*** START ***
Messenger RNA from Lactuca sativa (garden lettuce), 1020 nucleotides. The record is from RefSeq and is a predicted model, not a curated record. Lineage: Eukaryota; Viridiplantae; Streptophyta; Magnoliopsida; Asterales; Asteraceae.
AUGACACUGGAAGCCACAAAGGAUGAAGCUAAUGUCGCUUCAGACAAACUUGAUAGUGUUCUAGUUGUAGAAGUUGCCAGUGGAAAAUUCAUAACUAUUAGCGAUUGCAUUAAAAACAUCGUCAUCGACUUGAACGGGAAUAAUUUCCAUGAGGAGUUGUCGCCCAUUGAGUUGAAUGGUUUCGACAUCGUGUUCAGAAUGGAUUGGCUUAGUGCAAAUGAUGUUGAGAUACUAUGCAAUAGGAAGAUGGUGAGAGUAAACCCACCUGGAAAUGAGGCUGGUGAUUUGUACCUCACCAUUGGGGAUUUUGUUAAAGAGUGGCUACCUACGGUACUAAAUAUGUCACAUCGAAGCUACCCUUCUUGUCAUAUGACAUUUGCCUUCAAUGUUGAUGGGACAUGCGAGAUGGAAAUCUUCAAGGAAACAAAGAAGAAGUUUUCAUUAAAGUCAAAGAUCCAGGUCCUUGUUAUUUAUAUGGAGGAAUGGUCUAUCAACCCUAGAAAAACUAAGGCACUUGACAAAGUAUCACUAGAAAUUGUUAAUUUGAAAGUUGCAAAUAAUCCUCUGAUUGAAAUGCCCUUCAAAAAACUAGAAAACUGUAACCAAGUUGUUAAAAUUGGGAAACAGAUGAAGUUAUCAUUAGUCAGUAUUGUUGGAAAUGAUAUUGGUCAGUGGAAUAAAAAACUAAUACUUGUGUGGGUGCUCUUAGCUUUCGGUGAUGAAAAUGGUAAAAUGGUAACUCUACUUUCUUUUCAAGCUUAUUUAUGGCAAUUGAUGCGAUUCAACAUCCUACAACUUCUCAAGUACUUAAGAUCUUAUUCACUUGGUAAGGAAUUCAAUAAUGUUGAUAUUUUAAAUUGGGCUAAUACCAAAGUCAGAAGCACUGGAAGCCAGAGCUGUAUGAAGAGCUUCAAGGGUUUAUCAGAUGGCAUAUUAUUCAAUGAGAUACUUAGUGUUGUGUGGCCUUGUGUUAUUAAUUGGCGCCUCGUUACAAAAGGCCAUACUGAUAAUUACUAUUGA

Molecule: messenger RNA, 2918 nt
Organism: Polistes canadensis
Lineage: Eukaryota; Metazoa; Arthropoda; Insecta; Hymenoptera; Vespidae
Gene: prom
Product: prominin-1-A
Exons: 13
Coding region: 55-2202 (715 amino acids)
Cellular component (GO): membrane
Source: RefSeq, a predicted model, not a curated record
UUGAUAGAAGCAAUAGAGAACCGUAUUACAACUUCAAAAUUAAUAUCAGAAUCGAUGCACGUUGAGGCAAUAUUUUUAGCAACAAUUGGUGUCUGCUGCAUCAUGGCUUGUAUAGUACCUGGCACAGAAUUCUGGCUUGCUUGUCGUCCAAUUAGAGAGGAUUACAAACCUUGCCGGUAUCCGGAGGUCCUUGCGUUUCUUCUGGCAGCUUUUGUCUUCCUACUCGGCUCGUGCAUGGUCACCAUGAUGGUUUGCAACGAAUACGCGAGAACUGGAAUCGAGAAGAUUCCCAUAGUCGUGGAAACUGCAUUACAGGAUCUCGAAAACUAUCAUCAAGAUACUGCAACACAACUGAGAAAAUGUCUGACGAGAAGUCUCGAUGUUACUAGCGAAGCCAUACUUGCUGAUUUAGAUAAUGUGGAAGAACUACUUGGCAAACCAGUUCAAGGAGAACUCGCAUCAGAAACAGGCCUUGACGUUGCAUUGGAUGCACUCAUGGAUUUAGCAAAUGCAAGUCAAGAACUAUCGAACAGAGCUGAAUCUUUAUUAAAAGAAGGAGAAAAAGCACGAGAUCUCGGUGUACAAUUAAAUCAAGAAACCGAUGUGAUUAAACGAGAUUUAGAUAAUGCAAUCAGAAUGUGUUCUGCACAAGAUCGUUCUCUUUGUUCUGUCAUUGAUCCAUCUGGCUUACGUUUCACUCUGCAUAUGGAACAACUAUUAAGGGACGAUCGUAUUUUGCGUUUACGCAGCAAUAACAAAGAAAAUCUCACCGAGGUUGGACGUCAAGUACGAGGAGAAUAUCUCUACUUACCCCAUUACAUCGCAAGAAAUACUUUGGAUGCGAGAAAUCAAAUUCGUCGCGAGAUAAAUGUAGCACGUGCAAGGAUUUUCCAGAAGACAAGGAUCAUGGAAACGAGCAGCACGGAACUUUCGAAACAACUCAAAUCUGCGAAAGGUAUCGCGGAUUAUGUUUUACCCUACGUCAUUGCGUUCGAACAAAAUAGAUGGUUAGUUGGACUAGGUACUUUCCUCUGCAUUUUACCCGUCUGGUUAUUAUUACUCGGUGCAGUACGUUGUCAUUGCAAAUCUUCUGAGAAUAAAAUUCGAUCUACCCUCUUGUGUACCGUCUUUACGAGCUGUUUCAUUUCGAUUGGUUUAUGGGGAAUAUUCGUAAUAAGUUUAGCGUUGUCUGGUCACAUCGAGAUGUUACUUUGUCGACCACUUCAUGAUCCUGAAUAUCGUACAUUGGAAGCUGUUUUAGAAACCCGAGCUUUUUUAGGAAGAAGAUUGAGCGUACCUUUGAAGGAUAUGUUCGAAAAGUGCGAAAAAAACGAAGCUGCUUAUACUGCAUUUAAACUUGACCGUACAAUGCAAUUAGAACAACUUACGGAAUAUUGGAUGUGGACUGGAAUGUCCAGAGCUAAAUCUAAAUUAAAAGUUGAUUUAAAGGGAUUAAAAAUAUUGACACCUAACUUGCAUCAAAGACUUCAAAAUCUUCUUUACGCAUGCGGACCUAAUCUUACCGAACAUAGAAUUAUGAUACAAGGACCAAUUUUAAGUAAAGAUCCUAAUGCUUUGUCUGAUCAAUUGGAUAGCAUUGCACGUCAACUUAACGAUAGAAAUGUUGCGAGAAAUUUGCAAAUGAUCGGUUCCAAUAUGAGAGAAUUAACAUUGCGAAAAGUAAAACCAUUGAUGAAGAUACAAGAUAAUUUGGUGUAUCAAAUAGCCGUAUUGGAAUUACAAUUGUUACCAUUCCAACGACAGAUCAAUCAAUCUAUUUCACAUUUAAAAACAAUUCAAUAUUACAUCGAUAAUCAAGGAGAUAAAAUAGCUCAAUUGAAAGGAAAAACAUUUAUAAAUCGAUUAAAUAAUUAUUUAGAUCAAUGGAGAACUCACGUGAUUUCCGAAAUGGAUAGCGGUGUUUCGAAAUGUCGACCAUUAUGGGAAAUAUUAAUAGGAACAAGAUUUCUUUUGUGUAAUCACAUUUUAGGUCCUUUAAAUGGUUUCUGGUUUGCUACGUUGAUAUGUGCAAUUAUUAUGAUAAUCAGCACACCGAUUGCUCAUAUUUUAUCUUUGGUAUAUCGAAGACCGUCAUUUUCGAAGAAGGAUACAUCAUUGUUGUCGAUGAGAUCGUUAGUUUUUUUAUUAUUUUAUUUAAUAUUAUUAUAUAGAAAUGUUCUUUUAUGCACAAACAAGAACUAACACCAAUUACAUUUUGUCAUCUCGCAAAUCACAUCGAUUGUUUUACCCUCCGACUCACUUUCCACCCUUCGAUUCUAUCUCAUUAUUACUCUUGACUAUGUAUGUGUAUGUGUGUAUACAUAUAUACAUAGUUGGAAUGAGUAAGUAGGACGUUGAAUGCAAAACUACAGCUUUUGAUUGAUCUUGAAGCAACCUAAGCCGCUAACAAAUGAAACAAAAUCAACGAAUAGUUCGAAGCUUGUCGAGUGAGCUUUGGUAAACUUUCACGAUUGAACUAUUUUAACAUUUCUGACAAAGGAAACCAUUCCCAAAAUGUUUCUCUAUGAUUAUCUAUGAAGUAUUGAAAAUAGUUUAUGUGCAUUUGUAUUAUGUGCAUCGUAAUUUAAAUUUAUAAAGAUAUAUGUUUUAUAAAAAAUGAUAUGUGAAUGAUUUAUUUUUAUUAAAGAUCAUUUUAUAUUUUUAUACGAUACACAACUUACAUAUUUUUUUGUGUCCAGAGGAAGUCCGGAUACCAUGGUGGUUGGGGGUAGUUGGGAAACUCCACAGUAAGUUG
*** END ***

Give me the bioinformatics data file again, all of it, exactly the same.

Messenger RNA from Lactuca sativa (garden lettuce), 1020 nucleotides. The record is from RefSeq and is a predicted model, not a curated record. Lineage: Eukaryota; Viridiplantae; Streptophyta; Magnoliopsida; Asterales; Asteraceae.
AUGACACUGGAAGCCACAAAGGAUGAAGCUAAUGUCGCUUCAGACAAACUUGAUAGUGUUCUAGUUGUAGAAGUUGCCAGUGGAAAAUUCAUAACUAUUAGCGAUUGCAUUAAAAACAUCGUCAUCGACUUGAACGGGAAUAAUUUCCAUGAGGAGUUGUCGCCCAUUGAGUUGAAUGGUUUCGACAUCGUGUUCAGAAUGGAUUGGCUUAGUGCAAAUGAUGUUGAGAUACUAUGCAAUAGGAAGAUGGUGAGAGUAAACCCACCUGGAAAUGAGGCUGGUGAUUUGUACCUCACCAUUGGGGAUUUUGUUAAAGAGUGGCUACCUACGGUACUAAAUAUGUCACAUCGAAGCUACCCUUCUUGUCAUAUGACAUUUGCCUUCAAUGUUGAUGGGACAUGCGAGAUGGAAAUCUUCAAGGAAACAAAGAAGAAGUUUUCAUUAAAGUCAAAGAUCCAGGUCCUUGUUAUUUAUAUGGAGGAAUGGUCUAUCAACCCUAGAAAAACUAAGGCACUUGACAAAGUAUCACUAGAAAUUGUUAAUUUGAAAGUUGCAAAUAAUCCUCUGAUUGAAAUGCCCUUCAAAAAACUAGAAAACUGUAACCAAGUUGUUAAAAUUGGGAAACAGAUGAAGUUAUCAUUAGUCAGUAUUGUUGGAAAUGAUAUUGGUCAGUGGAAUAAAAAACUAAUACUUGUGUGGGUGCUCUUAGCUUUCGGUGAUGAAAAUGGUAAAAUGGUAACUCUACUUUCUUUUCAAGCUUAUUUAUGGCAAUUGAUGCGAUUCAACAUCCUACAACUUCUCAAGUACUUAAGAUCUUAUUCACUUGGUAAGGAAUUCAAUAAUGUUGAUAUUUUAAAUUGGGCUAAUACCAAAGUCAGAAGCACUGGAAGCCAGAGCUGUAUGAAGAGCUUCAAGGGUUUAUCAGAUGGCAUAUUAUUCAAUGAGAUACUUAGUGUUGUGUGGCCUUGUGUUAUUAAUUGGCGCCUCGUUACAAAAGGCCAUACUGAUAAUUACUAUUGA

Molecule: messenger RNA, 2918 nt
Organism: Polistes canadensis
Lineage: Eukaryota; Metazoa; Arthropoda; Insecta; Hymenoptera; Vespidae
Gene: prom
Product: prominin-1-A
Exons: 13
Coding region: 55-2202 (715 amino acids)
Cellular component (GO): membrane
Source: RefSeq, a predicted model, not a curated record
UUGAUAGAAGCAAUAGAGAACCGUAUUACAACUUCAAAAUUAAUAUCAGAAUCGAUGCACGUUGAGGCAAUAUUUUUAGCAACAAUUGGUGUCUGCUGCAUCAUGGCUUGUAUAGUACCUGGCACAGAAUUCUGGCUUGCUUGUCGUCCAAUUAGAGAGGAUUACAAACCUUGCCGGUAUCCGGAGGUCCUUGCGUUUCUUCUGGCAGCUUUUGUCUUCCUACUCGGCUCGUGCAUGGUCACCAUGAUGGUUUGCAACGAAUACGCGAGAACUGGAAUCGAGAAGAUUCCCAUAGUCGUGGAAACUGCAUUACAGGAUCUCGAAAACUAUCAUCAAGAUACUGCAACACAACUGAGAAAAUGUCUGACGAGAAGUCUCGAUGUUACUAGCGAAGCCAUACUUGCUGAUUUAGAUAAUGUGGAAGAACUACUUGGCAAACCAGUUCAAGGAGAACUCGCAUCAGAAACAGGCCUUGACGUUGCAUUGGAUGCACUCAUGGAUUUAGCAAAUGCAAGUCAAGAACUAUCGAACAGAGCUGAAUCUUUAUUAAAAGAAGGAGAAAAAGCACGAGAUCUCGGUGUACAAUUAAAUCAAGAAACCGAUGUGAUUAAACGAGAUUUAGAUAAUGCAAUCAGAAUGUGUUCUGCACAAGAUCGUUCUCUUUGUUCUGUCAUUGAUCCAUCUGGCUUACGUUUCACUCUGCAUAUGGAACAACUAUUAAGGGACGAUCGUAUUUUGCGUUUACGCAGCAAUAACAAAGAAAAUCUCACCGAGGUUGGACGUCAAGUACGAGGAGAAUAUCUCUACUUACCCCAUUACAUCGCAAGAAAUACUUUGGAUGCGAGAAAUCAAAUUCGUCGCGAGAUAAAUGUAGCACGUGCAAGGAUUUUCCAGAAGACAAGGAUCAUGGAAACGAGCAGCACGGAACUUUCGAAACAACUCAAAUCUGCGAAAGGUAUCGCGGAUUAUGUUUUACCCUACGUCAUUGCGUUCGAACAAAAUAGAUGGUUAGUUGGACUAGGUACUUUCCUCUGCAUUUUACCCGUCUGGUUAUUAUUACUCGGUGCAGUACGUUGUCAUUGCAAAUCUUCUGAGAAUAAAAUUCGAUCUACCCUCUUGUGUACCGUCUUUACGAGCUGUUUCAUUUCGAUUGGUUUAUGGGGAAUAUUCGUAAUAAGUUUAGCGUUGUCUGGUCACAUCGAGAUGUUACUUUGUCGACCACUUCAUGAUCCUGAAUAUCGUACAUUGGAAGCUGUUUUAGAAACCCGAGCUUUUUUAGGAAGAAGAUUGAGCGUACCUUUGAAGGAUAUGUUCGAAAAGUGCGAAAAAAACGAAGCUGCUUAUACUGCAUUUAAACUUGACCGUACAAUGCAAUUAGAACAACUUACGGAAUAUUGGAUGUGGACUGGAAUGUCCAGAGCUAAAUCUAAAUUAAAAGUUGAUUUAAAGGGAUUAAAAAUAUUGACACCUAACUUGCAUCAAAGACUUCAAAAUCUUCUUUACGCAUGCGGACCUAAUCUUACCGAACAUAGAAUUAUGAUACAAGGACCAAUUUUAAGUAAAGAUCCUAAUGCUUUGUCUGAUCAAUUGGAUAGCAUUGCACGUCAACUUAACGAUAGAAAUGUUGCGAGAAAUUUGCAAAUGAUCGGUUCCAAUAUGAGAGAAUUAACAUUGCGAAAAGUAAAACCAUUGAUGAAGAUACAAGAUAAUUUGGUGUAUCAAAUAGCCGUAUUGGAAUUACAAUUGUUACCAUUCCAACGACAGAUCAAUCAAUCUAUUUCACAUUUAAAAACAAUUCAAUAUUACAUCGAUAAUCAAGGAGAUAAAAUAGCUCAAUUGAAAGGAAAAACAUUUAUAAAUCGAUUAAAUAAUUAUUUAGAUCAAUGGAGAACUCACGUGAUUUCCGAAAUGGAUAGCGGUGUUUCGAAAUGUCGACCAUUAUGGGAAAUAUUAAUAGGAACAAGAUUUCUUUUGUGUAAUCACAUUUUAGGUCCUUUAAAUGGUUUCUGGUUUGCUACGUUGAUAUGUGCAAUUAUUAUGAUAAUCAGCACACCGAUUGCUCAUAUUUUAUCUUUGGUAUAUCGAAGACCGUCAUUUUCGAAGAAGGAUACAUCAUUGUUGUCGAUGAGAUCGUUAGUUUUUUUAUUAUUUUAUUUAAUAUUAUUAUAUAGAAAUGUUCUUUUAUGCACAAACAAGAACUAACACCAAUUACAUUUUGUCAUCUCGCAAAUCACAUCGAUUGUUUUACCCUCCGACUCACUUUCCACCCUUCGAUUCUAUCUCAUUAUUACUCUUGACUAUGUAUGUGUAUGUGUGUAUACAUAUAUACAUAGUUGGAAUGAGUAAGUAGGACGUUGAAUGCAAAACUACAGCUUUUGAUUGAUCUUGAAGCAACCUAAGCCGCUAACAAAUGAAACAAAAUCAACGAAUAGUUCGAAGCUUGUCGAGUGAGCUUUGGUAAACUUUCACGAUUGAACUAUUUUAACAUUUCUGACAAAGGAAACCAUUCCCAAAAUGUUUCUCUAUGAUUAUCUAUGAAGUAUUGAAAAUAGUUUAUGUGCAUUUGUAUUAUGUGCAUCGUAAUUUAAAUUUAUAAAGAUAUAUGUUUUAUAAAAAAUGAUAUGUGAAUGAUUUAUUUUUAUUAAAGAUCAUUUUAUAUUUUUAUACGAUACACAACUUACAUAUUUUUUUGUGUCCAGAGGAAGUCCGGAUACCAUGGUGGUUGGGGGUAGUUGGGAAACUCCACAGUAAGUUG